Wednesday October 17, 2018
Home India India-Bahrain...

India-Bahrain Art Exchange: The event in New Delhi to Feature Work of 30 Artists from across the World

Indian art scene is considered among the most developed in the region with great talent, therefore, India will be a huge platform for artists to showcase the artwork of Bahraini artists

0
//
145
Encouragement of Indian artists and Bahraini artists
A painter working for Islamic Art annual fair. Wikimedia
Republish
Reprint
  • Rouble Nagi has teamed up with Kaneka Sabharwal to show an initiative, that aims at connecting creative enthusiasts from Bahrain and India
  • The event will be conducted later this year, in Mumbai and New Delhi 
  • The event is set to feature work of around 30 artists including the significant presence of Bahraini female artists 

New Delhi, August 17, 2017: Indian art doesn’t seem to show any signs of abatement in the international art world, and eminent artist and philanthropist, Rouble Nagi is all pumped up to show the master that she is.

Rouble Nagi Art Foundation has teamed up with Kaneka Sabharwal to show an initiative, first of its kind, that welcomes contemporary artists from the entire world and aims at connecting creative enthusiasts from Bahrain and India through an unparalleled exchange program. The initiative is supported by the government of India.

“I was very keen to create something that will fall in line with the emergent global consciousness that has entered the international art scene. I wanted to introduce the world to contemporary Indian art and bring global art to the country so that the relationship with art is much more intimate and undeviating. The event won’t be limited to showcasing art but also consists of art-talks so as to open a dialogue between international artists,” mentioned Rouble Nagi, in the ANI report.

“This initiative aims to give a platform to Bahraini and Indian artists, exposing them to local and international aspirational values, as well as creating economic capital from the cultural capital,” she added.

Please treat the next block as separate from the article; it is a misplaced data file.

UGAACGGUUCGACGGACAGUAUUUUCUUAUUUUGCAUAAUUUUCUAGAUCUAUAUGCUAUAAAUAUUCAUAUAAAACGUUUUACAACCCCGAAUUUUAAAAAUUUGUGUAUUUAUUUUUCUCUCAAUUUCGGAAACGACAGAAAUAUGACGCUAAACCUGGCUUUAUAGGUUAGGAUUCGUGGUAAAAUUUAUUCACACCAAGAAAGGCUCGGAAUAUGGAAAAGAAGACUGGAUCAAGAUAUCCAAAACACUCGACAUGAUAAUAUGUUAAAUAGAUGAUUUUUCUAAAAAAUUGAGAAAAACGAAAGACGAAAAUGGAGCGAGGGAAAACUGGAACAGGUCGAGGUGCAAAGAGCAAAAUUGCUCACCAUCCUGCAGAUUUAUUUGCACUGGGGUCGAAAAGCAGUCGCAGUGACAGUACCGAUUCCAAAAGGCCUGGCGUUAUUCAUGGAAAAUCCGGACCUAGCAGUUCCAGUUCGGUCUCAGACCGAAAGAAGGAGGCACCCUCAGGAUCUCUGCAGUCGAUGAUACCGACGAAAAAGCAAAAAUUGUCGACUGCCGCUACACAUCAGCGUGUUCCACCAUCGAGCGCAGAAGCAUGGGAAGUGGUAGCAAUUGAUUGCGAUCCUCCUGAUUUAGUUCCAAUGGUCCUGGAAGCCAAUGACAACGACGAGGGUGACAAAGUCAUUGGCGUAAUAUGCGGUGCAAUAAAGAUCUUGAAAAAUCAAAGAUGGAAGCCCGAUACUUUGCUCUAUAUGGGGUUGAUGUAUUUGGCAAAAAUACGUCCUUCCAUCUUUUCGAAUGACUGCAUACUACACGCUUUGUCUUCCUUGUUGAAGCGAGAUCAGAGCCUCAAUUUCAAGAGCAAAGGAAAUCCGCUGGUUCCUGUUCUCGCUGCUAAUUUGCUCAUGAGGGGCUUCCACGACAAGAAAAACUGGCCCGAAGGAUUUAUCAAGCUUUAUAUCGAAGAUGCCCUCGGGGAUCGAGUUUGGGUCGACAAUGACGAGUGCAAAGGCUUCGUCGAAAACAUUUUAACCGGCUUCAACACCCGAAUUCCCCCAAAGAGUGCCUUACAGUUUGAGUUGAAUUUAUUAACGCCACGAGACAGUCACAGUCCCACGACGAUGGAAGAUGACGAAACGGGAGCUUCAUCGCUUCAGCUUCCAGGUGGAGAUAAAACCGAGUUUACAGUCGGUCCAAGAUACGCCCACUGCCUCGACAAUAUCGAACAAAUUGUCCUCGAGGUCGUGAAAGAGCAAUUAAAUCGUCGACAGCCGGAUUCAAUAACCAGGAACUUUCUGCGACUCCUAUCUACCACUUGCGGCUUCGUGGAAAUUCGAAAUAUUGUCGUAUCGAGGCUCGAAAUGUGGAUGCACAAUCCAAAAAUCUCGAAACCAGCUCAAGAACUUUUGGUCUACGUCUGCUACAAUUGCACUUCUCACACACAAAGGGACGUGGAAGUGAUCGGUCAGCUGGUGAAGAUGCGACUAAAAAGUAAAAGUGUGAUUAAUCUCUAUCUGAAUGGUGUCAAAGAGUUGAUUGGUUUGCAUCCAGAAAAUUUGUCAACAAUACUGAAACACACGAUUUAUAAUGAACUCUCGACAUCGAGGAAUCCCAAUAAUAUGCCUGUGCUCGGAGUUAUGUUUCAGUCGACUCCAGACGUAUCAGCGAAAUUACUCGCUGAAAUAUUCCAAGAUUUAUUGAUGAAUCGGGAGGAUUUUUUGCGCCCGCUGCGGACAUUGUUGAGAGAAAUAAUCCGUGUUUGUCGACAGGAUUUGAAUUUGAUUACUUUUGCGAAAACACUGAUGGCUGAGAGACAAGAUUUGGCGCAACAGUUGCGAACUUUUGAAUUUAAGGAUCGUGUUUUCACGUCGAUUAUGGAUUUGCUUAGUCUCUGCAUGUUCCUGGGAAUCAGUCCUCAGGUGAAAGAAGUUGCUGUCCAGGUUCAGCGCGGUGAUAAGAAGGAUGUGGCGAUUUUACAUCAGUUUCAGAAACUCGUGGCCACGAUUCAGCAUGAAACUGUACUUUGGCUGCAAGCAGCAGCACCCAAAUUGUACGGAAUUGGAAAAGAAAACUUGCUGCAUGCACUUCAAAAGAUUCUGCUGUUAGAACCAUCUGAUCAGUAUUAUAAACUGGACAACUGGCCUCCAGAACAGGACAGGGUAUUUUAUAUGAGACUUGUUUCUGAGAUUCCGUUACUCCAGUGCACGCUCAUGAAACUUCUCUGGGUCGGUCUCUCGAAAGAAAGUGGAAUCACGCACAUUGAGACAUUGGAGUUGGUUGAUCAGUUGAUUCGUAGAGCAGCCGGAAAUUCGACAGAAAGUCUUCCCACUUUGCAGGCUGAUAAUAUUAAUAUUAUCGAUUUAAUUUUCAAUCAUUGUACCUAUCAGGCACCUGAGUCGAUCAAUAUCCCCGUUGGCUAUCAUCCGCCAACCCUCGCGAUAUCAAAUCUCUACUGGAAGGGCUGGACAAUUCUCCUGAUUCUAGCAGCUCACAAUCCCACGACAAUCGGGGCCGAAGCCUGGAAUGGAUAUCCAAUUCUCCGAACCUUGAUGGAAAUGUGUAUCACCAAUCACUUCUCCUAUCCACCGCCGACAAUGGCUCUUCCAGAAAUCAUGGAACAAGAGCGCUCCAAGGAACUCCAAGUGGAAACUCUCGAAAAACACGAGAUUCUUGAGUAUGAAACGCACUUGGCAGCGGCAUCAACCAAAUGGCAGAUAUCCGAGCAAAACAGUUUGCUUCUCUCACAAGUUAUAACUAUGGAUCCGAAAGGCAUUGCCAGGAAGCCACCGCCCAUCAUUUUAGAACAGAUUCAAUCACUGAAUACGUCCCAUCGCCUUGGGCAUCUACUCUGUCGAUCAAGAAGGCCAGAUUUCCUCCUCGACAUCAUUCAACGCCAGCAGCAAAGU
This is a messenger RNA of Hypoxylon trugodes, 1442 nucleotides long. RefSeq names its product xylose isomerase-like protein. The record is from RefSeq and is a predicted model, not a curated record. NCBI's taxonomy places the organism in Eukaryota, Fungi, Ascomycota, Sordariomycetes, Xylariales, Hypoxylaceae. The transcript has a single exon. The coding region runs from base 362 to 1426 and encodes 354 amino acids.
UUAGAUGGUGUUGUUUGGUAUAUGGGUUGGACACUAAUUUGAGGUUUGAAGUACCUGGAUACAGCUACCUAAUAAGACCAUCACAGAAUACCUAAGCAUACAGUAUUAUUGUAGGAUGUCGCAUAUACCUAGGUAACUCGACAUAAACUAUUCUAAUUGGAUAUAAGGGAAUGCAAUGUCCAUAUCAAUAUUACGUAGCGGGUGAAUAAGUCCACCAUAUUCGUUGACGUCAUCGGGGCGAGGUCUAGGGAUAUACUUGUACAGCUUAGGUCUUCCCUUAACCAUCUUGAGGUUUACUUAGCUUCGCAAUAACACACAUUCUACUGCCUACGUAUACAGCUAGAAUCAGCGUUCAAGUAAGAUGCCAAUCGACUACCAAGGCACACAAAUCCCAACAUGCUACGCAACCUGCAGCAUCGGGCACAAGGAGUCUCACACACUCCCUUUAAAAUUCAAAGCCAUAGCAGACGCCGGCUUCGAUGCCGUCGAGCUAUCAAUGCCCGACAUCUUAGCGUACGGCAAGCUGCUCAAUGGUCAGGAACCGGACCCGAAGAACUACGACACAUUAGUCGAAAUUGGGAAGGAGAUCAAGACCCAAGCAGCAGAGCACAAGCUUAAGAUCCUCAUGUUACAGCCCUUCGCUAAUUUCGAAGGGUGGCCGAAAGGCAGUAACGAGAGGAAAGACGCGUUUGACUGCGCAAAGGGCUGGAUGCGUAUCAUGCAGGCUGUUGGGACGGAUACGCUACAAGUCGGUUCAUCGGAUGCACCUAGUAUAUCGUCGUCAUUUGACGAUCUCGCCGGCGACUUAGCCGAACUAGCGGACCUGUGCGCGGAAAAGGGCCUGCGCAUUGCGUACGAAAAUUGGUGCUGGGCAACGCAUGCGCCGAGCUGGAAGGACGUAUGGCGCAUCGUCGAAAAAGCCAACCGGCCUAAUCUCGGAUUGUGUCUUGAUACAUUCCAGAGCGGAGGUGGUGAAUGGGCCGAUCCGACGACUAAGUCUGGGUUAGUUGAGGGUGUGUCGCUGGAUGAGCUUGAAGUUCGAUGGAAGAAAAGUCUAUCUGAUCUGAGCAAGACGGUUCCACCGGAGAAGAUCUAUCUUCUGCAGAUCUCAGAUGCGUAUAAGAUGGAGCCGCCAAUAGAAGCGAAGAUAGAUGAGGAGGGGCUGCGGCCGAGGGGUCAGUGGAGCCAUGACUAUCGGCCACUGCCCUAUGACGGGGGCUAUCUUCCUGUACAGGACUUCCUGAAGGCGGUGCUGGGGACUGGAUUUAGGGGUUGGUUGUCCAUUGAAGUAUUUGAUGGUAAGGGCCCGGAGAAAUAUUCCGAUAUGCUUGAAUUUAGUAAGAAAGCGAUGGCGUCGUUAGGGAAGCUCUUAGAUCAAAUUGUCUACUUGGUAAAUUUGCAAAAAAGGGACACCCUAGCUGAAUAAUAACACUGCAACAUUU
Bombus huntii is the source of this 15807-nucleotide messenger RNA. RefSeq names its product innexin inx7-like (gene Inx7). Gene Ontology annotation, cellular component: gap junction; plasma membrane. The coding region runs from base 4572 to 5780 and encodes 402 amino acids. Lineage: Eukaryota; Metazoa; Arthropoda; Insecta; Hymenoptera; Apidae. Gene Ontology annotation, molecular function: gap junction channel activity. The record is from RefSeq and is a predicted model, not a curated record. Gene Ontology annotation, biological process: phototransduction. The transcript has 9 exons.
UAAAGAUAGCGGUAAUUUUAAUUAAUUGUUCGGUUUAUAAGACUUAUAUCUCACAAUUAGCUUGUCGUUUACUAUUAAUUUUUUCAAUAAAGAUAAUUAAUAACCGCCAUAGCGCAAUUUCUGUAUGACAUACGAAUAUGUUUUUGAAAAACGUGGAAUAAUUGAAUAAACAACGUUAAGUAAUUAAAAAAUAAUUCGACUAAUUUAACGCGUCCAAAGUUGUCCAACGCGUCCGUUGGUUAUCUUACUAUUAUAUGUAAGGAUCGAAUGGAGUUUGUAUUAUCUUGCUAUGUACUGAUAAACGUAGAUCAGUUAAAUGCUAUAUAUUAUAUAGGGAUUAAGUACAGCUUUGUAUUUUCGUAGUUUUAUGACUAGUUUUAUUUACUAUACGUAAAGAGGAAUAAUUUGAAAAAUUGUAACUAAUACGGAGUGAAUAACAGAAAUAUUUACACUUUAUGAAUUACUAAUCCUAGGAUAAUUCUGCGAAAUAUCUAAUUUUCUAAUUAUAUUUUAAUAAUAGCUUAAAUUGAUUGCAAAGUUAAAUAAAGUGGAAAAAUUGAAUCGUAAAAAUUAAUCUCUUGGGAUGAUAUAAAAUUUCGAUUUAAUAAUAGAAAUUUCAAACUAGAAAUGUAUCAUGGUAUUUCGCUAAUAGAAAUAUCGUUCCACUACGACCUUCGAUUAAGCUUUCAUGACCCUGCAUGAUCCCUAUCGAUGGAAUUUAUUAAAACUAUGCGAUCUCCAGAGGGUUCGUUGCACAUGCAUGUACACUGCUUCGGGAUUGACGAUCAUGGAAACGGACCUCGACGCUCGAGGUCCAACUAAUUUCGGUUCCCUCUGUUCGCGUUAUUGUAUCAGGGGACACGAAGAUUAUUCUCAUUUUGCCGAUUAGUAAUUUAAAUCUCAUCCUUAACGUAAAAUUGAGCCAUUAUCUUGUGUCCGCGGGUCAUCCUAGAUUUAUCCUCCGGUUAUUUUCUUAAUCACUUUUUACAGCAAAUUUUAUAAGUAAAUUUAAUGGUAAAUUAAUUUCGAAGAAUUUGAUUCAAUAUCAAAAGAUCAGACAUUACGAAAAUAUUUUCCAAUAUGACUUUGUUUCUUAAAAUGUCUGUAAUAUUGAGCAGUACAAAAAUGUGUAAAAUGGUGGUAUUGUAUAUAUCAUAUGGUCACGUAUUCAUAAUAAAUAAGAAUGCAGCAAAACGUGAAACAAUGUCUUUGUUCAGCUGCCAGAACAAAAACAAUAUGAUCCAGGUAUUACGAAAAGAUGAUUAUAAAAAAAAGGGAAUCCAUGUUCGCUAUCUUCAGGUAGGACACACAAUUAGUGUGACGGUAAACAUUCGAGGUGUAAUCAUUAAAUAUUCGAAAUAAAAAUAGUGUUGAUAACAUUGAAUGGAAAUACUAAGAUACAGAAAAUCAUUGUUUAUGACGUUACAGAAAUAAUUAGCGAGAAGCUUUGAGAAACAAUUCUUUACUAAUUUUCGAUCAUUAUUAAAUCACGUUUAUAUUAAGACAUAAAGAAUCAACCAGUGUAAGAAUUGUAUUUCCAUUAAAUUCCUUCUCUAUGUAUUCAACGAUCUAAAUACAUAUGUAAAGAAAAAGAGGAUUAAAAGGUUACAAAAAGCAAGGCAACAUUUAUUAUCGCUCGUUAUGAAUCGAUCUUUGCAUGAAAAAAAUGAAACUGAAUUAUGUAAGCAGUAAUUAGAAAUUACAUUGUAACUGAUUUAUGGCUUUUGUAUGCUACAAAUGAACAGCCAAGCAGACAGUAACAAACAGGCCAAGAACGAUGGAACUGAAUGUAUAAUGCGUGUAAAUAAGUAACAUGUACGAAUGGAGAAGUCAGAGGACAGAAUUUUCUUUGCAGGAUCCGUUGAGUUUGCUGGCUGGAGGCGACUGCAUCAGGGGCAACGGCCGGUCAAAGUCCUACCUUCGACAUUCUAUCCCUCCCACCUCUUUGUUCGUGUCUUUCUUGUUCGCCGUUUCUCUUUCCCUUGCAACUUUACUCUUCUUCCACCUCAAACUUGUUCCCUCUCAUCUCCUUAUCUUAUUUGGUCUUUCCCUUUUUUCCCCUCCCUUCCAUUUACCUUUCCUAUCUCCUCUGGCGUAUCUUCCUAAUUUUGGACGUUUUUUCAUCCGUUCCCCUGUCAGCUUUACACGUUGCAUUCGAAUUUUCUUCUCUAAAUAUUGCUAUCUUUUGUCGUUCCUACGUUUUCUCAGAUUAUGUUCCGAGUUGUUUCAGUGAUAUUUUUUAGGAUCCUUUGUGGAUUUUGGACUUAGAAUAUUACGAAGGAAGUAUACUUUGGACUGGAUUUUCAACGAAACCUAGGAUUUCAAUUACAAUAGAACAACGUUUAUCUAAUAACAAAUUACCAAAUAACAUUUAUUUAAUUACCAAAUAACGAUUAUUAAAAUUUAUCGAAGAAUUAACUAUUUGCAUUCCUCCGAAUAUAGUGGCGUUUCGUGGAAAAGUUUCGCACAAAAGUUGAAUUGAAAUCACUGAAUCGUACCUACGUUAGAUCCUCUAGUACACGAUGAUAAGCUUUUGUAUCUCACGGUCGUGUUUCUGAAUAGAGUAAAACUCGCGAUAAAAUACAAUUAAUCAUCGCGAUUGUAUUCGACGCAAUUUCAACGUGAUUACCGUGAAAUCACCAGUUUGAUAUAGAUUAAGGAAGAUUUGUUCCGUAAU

ALSO READ: Indian art gaining worldwide recognition. 

The event which is to be conducted later this year in Mumbai and New Delhi will be held under the patronage of Her Royal Highness Princess Sabeeka Bint Ibrahim Al Khalifa, wife of the King of Bahrain, President of The Supreme Council For Women ArtBab. She produces art on an iPad, and is going to visit India for the very first time.

The event is all set to feature work of around 30 artists, ranging from impressive video art installations, eclectic pop art, to contemporary sculptures and the significant presence of Bahraini female artists.

Balqees Fakhro, Faika Al Hasan, Jamal Abdul Rahim, Khalid Farhan, Lulwa Al Khalifa, Nabeela Al Khayer and Omar Al Rashid are some of the Bahraini artists who will be showcasing their works.

There will also be an exhibition of the artistic dexterity of the underprivileged children, who are supported by the Rouble Nagi Art Foundation.

Kaneka Sabharwal, Co-Founder of ArtBAB and Founder of Art Select and Jonathan Watkins of Birmingham’s Ikon Gallery, who is also chair of ArtBAB’s international selection committee, will be the curator of the event.

“Bahrain, which traces its roots to one of the oldest civilizations in the world, the Dilmun Empire, has a rich history of art and many historians assert that the art came to the kingdom of Bahrain from India. The Bahrainis are known to have some of the best art collections and I want to introduce art collectors and enthusiasts around the world to the talent of Bahraini artists,” noted Kaneka, who moved to Bahrain in 2009.

According to Dr. E M Janaki, CEO Tamkeen, art sector has not only locally but across the region, achieved importance as an engine of economic growth.